Coca Cola, one of the bluest of the blue chips. This is a foundational pillar of any portfolio. Through good times and bad times, Coke pumps out profits and generates wealth for its owners. It’s an easy business to understand: sugar water. It is a fantastic business. There is nothing quite like it. The returns generated by the selling of sugar water is incredible – consistent return on equity in the 20% range, which means loosely that for every dollar of sugar water Coke sells, they are able to generate 20ish cents of pure profit. But I’m not here to give you an in-depth analysis of Coca Cola today. Instead, I wanted to expand on how using the earnings yield can help you think about opportunity costs. Remember that post on how to think about an asset? Quickly peruse that again as it will be a useful primer for what I am about to go over.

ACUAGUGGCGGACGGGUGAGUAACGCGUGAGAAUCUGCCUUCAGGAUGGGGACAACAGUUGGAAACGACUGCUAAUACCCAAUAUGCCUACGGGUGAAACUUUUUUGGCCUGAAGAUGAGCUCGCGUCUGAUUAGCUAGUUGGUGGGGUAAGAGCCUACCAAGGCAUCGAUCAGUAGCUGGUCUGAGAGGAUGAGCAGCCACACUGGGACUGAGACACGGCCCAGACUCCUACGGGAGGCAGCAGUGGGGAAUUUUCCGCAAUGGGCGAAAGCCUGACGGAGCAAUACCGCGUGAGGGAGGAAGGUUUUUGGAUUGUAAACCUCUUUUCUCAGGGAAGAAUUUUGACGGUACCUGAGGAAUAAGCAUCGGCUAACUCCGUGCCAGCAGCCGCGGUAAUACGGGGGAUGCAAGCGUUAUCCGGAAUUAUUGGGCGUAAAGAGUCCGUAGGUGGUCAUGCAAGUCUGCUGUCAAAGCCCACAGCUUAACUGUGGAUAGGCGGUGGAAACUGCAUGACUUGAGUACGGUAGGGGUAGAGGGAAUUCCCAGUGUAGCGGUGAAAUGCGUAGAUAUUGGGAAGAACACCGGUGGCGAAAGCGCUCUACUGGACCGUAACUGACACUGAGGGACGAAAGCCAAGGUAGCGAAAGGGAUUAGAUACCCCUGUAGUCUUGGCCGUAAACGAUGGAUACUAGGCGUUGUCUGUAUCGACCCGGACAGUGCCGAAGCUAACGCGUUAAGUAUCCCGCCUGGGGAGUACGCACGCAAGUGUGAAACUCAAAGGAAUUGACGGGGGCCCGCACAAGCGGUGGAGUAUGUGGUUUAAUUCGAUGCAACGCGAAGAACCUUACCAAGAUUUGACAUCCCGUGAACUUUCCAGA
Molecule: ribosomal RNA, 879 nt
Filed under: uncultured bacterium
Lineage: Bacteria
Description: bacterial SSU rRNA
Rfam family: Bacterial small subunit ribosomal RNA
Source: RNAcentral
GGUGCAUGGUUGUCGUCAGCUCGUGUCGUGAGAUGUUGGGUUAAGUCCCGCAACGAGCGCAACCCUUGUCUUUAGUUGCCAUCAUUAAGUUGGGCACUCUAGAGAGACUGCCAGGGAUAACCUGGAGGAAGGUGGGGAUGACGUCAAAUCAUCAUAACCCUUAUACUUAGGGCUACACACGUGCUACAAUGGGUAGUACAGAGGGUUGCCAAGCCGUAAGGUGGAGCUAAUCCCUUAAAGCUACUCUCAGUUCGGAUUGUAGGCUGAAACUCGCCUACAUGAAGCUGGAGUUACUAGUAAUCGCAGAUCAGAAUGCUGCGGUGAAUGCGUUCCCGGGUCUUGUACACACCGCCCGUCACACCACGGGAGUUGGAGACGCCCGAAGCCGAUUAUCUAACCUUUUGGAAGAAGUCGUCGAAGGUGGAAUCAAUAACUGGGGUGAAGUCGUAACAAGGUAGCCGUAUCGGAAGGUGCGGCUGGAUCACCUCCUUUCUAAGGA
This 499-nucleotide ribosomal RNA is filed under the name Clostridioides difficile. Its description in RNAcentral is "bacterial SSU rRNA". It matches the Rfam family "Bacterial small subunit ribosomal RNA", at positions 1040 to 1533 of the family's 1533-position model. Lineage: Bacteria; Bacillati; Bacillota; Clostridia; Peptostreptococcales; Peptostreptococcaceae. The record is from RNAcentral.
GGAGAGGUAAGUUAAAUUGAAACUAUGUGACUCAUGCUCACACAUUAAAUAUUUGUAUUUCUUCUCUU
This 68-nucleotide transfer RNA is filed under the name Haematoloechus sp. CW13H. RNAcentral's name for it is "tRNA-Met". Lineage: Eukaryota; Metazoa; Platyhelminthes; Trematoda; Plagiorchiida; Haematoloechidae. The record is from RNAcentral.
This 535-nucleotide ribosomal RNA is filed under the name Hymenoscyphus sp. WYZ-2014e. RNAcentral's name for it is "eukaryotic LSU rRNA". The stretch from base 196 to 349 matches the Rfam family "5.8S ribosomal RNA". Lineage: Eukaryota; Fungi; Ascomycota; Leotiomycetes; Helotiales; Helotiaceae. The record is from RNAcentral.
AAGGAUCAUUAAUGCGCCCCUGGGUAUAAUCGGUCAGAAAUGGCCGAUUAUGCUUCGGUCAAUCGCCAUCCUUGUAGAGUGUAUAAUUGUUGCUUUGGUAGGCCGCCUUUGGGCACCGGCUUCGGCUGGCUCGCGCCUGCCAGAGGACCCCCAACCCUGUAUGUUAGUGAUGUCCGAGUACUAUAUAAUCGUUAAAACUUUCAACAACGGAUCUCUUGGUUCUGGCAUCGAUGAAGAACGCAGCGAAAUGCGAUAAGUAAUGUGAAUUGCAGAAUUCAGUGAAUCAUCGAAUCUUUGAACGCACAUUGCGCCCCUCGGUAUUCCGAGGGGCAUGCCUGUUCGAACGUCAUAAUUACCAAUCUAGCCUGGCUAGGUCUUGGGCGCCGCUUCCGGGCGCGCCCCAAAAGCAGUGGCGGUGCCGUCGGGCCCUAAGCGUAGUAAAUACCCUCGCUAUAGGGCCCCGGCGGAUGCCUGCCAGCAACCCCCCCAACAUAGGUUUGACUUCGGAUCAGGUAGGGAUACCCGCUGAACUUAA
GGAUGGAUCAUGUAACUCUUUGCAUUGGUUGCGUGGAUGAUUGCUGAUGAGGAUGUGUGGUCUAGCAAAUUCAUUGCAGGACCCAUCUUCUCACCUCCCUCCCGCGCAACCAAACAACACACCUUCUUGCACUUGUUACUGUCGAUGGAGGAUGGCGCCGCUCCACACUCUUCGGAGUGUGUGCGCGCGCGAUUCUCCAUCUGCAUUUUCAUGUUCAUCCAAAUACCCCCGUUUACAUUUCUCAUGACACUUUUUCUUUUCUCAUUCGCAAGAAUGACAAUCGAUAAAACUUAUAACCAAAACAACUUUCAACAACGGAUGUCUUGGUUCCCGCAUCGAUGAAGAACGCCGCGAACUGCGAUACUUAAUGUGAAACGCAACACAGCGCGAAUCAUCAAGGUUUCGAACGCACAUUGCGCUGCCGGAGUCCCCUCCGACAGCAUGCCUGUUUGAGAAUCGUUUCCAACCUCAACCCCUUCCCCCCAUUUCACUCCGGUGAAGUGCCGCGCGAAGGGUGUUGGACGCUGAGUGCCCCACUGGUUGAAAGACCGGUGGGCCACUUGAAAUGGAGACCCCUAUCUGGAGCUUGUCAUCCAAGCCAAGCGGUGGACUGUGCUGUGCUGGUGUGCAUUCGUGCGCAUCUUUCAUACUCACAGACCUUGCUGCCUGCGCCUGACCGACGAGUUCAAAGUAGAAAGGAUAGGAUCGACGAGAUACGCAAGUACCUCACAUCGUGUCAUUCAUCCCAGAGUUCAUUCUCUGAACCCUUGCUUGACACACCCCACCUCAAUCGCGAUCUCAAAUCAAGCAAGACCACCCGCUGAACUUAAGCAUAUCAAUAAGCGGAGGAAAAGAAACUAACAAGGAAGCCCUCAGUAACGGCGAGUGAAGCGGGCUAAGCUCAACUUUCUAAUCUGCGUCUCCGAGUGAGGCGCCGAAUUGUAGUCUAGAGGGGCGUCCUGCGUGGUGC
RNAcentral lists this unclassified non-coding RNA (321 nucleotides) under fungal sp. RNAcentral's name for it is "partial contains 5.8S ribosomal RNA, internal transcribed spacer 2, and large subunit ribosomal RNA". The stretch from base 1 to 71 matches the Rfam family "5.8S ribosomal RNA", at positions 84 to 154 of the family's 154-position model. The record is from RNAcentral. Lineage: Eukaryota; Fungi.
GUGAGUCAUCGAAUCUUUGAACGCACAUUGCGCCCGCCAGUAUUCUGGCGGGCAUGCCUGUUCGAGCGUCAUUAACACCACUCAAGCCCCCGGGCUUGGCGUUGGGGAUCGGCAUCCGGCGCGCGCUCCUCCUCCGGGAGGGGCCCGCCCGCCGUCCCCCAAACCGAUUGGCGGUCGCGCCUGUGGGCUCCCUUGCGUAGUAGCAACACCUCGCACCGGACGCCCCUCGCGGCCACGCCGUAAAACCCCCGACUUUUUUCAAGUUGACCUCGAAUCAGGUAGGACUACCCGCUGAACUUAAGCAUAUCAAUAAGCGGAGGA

One of the reasons posts have been few and far between since the fall is that I have been transitioning the cash flow from debt repayment to savings and investments. If I wasn’t that interested in the art and science of investing, I would have picked 2 Vanguard ETFs, done regular dollar cost averaging over the next umpteen years, and called it a day (this is something I think most people should do as they will have no further interest in analyzing investments). However, I have an obsessive level of interest and curiosity in businesses and want to figure out the most optimal way to invest in businesses. Thus, a lot of time was (and still is) spent gaining knowledge. Let’s talk about one metric I use to screen potential investments: the earnings yield.